Other than providing Mizuti’s backstory and completing the Sky-Ocean-Earth triad the game rests upon, the storyline in Duhr is largely forgettable. Another artifact is destroyed, Malpercio grows stronger, and we’re still totally okay with forgiving everyone who offers their service to a powerful, wicked god who is trying to destroy us all. Even the battle against Malpercio in Algorab, after two other fake-outs for final boss (and we’re not even done with those!), wouldn’t be memorable but for Mizuti’s temporary costume change. Unfortunately, with her mask off, her voice acting is just as bad as everyone else’s. Put it back on, please.
The return to the sky is a welcome relief. It’s actually the first time in the game we’re given control over where we fly, so I managed to take a few detours and pick up some of Quzman’s family. We’ll be railroaded into the Alps next, but we’ve finally hit that beautiful point of Baten Kaitos where the world opens up to us for sidequesting. It’s lovely to venture back and speak to old NPC friends again—some even have some new things to say about the state of the world with Cor Hydrae at the center.
Visiting Cebalrai especially hits a bittersweet note for me. For the last fifteen or more hours of gameplay, we’ve been dealing with highly-advanced civilizations that were either really angry or terribly powerful, or both. It’s been a long time since we’ve met regular, ordinary people who just want to live their lives. Staging Larikush in Cebalrai, with the swaying trees and running children, has a way of reminding you what you’re fighting for.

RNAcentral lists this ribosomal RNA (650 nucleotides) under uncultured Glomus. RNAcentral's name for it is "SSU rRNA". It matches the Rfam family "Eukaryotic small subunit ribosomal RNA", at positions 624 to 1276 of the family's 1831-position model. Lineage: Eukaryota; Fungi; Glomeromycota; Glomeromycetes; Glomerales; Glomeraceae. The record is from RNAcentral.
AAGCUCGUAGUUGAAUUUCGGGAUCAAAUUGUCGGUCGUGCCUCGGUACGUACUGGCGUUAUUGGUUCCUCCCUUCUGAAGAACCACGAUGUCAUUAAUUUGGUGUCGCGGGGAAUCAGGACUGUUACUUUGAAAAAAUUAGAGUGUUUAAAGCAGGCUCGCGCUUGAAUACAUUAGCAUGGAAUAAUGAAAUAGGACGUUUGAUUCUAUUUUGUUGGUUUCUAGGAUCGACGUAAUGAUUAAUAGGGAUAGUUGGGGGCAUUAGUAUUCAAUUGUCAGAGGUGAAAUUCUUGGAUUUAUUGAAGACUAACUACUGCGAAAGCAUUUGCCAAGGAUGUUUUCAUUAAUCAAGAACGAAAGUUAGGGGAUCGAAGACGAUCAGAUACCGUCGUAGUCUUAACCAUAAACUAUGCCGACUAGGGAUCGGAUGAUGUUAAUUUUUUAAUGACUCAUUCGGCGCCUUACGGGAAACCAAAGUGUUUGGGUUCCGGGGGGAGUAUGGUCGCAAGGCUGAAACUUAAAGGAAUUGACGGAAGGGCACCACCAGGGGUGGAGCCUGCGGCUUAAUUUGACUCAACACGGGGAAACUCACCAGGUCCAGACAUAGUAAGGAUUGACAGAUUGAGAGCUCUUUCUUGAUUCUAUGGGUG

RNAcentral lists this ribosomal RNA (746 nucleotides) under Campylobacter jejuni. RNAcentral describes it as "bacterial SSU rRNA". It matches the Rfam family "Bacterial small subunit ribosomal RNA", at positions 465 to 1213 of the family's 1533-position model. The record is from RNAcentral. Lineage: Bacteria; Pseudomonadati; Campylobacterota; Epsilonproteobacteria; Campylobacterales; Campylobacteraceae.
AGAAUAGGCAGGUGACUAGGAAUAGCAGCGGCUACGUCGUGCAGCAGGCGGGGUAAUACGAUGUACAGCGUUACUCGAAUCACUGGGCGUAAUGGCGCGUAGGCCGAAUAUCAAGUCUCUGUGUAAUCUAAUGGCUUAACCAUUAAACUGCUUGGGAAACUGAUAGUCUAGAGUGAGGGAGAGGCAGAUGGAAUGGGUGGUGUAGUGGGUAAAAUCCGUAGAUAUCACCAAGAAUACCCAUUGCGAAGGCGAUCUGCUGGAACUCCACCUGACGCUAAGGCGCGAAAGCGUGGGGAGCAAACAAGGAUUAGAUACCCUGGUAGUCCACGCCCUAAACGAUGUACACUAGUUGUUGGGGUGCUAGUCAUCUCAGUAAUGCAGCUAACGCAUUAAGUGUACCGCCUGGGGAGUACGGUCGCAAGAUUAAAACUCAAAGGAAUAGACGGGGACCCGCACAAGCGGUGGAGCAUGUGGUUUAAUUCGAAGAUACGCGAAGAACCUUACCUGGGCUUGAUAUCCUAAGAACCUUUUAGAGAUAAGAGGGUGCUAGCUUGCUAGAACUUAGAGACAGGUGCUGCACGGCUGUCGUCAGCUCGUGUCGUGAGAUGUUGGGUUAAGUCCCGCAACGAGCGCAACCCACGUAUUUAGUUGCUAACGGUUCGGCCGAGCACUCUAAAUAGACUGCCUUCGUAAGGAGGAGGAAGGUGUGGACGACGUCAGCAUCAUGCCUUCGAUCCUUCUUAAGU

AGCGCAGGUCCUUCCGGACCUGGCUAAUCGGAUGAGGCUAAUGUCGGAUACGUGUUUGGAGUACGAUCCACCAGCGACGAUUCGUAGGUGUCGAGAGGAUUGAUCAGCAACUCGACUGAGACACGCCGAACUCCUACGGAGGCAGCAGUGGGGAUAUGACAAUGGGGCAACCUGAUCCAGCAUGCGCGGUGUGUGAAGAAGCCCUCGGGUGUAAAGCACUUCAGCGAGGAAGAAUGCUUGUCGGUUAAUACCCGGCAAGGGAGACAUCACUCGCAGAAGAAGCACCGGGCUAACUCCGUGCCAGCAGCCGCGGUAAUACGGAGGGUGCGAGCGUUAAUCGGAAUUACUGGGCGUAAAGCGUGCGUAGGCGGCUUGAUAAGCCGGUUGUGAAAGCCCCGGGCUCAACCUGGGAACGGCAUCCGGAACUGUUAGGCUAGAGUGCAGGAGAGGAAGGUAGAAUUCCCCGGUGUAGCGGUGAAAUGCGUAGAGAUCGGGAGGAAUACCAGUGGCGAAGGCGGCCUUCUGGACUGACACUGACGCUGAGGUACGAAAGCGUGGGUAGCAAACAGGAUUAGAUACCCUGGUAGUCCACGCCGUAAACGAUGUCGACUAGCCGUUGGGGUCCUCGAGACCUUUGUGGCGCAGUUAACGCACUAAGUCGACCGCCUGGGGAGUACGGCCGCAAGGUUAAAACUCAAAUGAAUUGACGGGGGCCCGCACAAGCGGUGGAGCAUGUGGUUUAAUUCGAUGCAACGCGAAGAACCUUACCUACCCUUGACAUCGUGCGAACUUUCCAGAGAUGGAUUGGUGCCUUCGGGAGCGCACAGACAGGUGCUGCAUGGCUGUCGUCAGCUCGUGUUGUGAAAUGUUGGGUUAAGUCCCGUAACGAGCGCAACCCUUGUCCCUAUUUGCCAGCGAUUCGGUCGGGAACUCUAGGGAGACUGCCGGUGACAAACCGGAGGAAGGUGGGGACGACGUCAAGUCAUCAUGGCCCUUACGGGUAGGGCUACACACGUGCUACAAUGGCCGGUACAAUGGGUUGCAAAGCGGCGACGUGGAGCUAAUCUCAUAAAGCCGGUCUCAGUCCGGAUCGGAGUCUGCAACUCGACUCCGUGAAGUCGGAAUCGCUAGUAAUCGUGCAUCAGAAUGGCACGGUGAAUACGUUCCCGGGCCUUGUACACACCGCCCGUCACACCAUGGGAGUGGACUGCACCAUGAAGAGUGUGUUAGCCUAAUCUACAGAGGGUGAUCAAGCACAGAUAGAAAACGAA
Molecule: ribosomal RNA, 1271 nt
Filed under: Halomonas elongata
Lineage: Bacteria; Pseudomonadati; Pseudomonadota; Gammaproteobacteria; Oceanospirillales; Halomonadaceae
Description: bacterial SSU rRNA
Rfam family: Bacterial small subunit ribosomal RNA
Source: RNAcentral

Staging Larikush in Cebalrai, with the swaying trees and running children, has a way of reminding you what you’re fighting for.
And just because you mentioned Larikush’s arms, I’d like to point out that for every somewhat-ordinary looking human model in this game there is one that just blows my mind every time for how weird it is. Larikush is wearing a GIANT bow on his back. Some women are walking around with giant cone-hats. And I simply CANNOT get over the fact that at least one child in every village, as well as one of the witches of Wazn, is dressed up in a fish suit. Why?! Are they…infashion?!
This chapter wraps up with the dreaded trio fight, Parts 2 and 3, and boy is it a doozy. If you haven’t played the game, Giacomo’s voice in the doorway comes as a total shocker after his “death” on the Goldoba. He also tears your Spirit abilities out of the picture for the first half, rending you powerless to help Kalas.
I have to admit, though, I’m getting really sick of the Kalas/Fee flashbacks. My emotions can only be stirred up by a tragic death so many times, and as you said, there’s some really weird techno-babble stuff going on here. The universe of Baten Kaitos is weird, yes, but Kalas’s storyline before and during the Alps piles new information on how the world works higher than snow in Wazn.
With Giacomo’s death comes a sudden, weird attempt to redeem him, Ayme, and Folon in the eyes of the player and, in keeping with this game’s intense desire to forgive everyone, we’re completely okay with this. If the world’s story is one of redemption and unity, it only makes sense that we forgive literally everyone, no matter how heinous their crimes, as long as they have a sad enough backstory.
At least, I guess that’s where we’re going with this.
Michael Clarkson’s work, screenshots, and video have all been reproduced with permission. For more of his work, click here.